There is still no decision on rugby league’s plan for restructuring the game below Super League.
A series of meetings have been held with Championship and League One clubs, RFL officials and representatives of Super League.
Various suggestions have been aired, but nothing has been confirmed and – officials of the three Cumbrian clubs Whitehaven, Workington Town and Barrow are still in the dark as to what the future holds.
Will there be Super League Two, will an extended Championship be created and a Development League created?
Cumbria Crack has learnt of proposals put forward by RFL Vice-President, former Hull KR chief executive and respected figure Mike Smith which are being circulated to clubs.
Smith initially explained: “Sorry for being so disruptive at the meeting at Bradford but coming from a marketing background I found it very frustrating.
“At such an important meeting we never discussed any of the key issues allowing us to start to put together a coherent proposal to reinvigorate the sport under Super League.
“I understand that we all have different opinions but as a ‘starter for ten’ here are my key primary thoughts to kick off the discussion, please feel free to comment so we can start to develop a consensus between us all.”
He then goes on to outline his own proposals for the restructuring:
- Development clubs. Coventry, London Skolars and West Wales are perennial lower league clubs. With the cut in central distribution and travel it will become even more difficult for these clubs to prosper. If these clubs were part of a development league with other midlands/southern amateur clubs, they can prosper and grow. It’s important for the image of the sport that we are seen to be still open to expansion. This development league can be used as an incubator for clubs who aspire to develop into a professional club.
- Player Development Pathway. All clubs under Super League should be aligned with amateur clubs in their geographical local area to provide a pathway for young players into the professional game. It should be mandatory for each pro club to run a second team made up contracted players and amateur players direct from their catchment. These games could be played on a Wednesday evening on a regional format. Players should not be paid win or lose money, and a small admission fee will make this format cost effective. Any club should be available to run an academy team if they meet minimum standards set by the RFL.
- The RFL. An external review should take place to establish the most cost-effective structures to integrate Super League into the RFL and to run the sport going forward.
- Rebranding. The current structure of Championship and League 1 is an impossible product to market successfully. Finding a simple fixture format below Super League is essential. This would allow the creation of a new brand and fixture format. Central to the marketing of the brand around our world-class athletes that makes the sport so exciting.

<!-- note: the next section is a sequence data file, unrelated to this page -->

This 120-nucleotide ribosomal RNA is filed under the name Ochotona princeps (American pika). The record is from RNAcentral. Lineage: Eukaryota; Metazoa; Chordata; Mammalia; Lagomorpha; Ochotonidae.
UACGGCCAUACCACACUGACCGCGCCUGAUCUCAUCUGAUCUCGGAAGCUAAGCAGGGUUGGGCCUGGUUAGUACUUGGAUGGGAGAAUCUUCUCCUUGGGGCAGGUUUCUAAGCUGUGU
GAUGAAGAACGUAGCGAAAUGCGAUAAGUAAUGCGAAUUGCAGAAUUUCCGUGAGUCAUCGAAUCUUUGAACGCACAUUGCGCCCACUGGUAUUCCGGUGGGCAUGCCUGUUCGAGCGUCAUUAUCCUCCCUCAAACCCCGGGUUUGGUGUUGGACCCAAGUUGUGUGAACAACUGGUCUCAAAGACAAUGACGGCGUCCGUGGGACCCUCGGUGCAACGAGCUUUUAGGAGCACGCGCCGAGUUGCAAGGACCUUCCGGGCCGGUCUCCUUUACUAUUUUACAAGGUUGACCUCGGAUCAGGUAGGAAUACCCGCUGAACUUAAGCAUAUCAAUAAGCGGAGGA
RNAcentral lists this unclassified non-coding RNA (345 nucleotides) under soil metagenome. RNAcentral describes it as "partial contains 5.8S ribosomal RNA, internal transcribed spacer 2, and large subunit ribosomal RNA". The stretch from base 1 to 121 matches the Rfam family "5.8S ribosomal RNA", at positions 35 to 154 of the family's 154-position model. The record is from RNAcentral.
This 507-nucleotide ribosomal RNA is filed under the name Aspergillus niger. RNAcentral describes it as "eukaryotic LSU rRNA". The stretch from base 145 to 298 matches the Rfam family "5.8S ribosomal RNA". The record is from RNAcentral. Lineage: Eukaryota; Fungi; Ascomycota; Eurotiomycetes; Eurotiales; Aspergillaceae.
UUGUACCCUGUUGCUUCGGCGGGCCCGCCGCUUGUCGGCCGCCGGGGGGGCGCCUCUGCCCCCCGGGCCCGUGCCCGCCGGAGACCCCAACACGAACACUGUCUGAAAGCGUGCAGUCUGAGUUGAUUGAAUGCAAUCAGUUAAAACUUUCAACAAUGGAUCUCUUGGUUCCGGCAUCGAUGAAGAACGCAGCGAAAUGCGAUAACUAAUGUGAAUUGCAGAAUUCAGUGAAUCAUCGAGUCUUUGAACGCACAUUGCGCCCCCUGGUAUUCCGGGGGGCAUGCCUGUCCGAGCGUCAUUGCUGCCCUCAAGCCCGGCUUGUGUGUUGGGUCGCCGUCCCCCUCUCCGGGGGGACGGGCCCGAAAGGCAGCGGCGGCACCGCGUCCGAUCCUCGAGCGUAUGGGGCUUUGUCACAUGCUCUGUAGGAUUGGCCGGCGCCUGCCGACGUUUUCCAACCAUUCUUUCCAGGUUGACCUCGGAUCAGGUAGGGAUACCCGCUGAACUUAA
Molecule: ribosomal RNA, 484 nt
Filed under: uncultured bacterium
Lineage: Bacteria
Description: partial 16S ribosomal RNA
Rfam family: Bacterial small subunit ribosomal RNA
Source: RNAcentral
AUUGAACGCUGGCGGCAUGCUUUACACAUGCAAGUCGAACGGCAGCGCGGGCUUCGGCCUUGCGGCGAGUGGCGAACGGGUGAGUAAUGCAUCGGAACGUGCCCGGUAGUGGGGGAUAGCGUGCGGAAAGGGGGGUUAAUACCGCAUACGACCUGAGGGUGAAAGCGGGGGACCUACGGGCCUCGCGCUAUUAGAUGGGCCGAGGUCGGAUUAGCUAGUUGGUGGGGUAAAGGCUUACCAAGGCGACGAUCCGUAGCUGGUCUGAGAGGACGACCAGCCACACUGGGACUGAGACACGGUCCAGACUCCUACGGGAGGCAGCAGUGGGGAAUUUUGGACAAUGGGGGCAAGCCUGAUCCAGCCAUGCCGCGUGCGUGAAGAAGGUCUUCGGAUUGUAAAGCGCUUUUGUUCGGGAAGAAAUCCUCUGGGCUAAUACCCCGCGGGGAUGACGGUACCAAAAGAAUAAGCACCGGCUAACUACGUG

- Fixture format. The remaining 21 clubs under Super League are northern based with the exception of Ottawa. This provides much easier travelling times and reduces costs. The format could be either regional conferences or preferably all teams play each other once, creating a 20-game season before clubs being split into a play-off series at each level of the league to establish final prize money. The winners of the top play-off group would automatically proceed to Super League, the second team would play-off with the second bottom of Super League in the ‘Million Pound’ game.
- Prize money. This should be paid based on the finishing position after the play-off series. A club being relegated from Super League with a parachute payment should not receive any prize money for that season.
- Game Format. To maximise ‘bums on seats’ games could be played on Saturday evenings as a standard throughout the season, proceeded by ladies and junior games. The games could be marketed as ‘Saturday Night Lights’ events that would integrate live rock bands. This concept of rock and rugby would attract a younger audience and breathe new life into the sport, creating more hospitality opportunities.
- Changes to the games format. If we as a sport wish to attract a younger audience, we need to examine every aspect of the game day experience. This includes changes to the game format to make it more exciting and a fast sceptical that showcases our world-class athletes
- Future Broadcasting opportunities. Getting ‘Bums on Seats’ and a rocking spectacle is a critical start if we are to attract any potential broadcaster to get involved.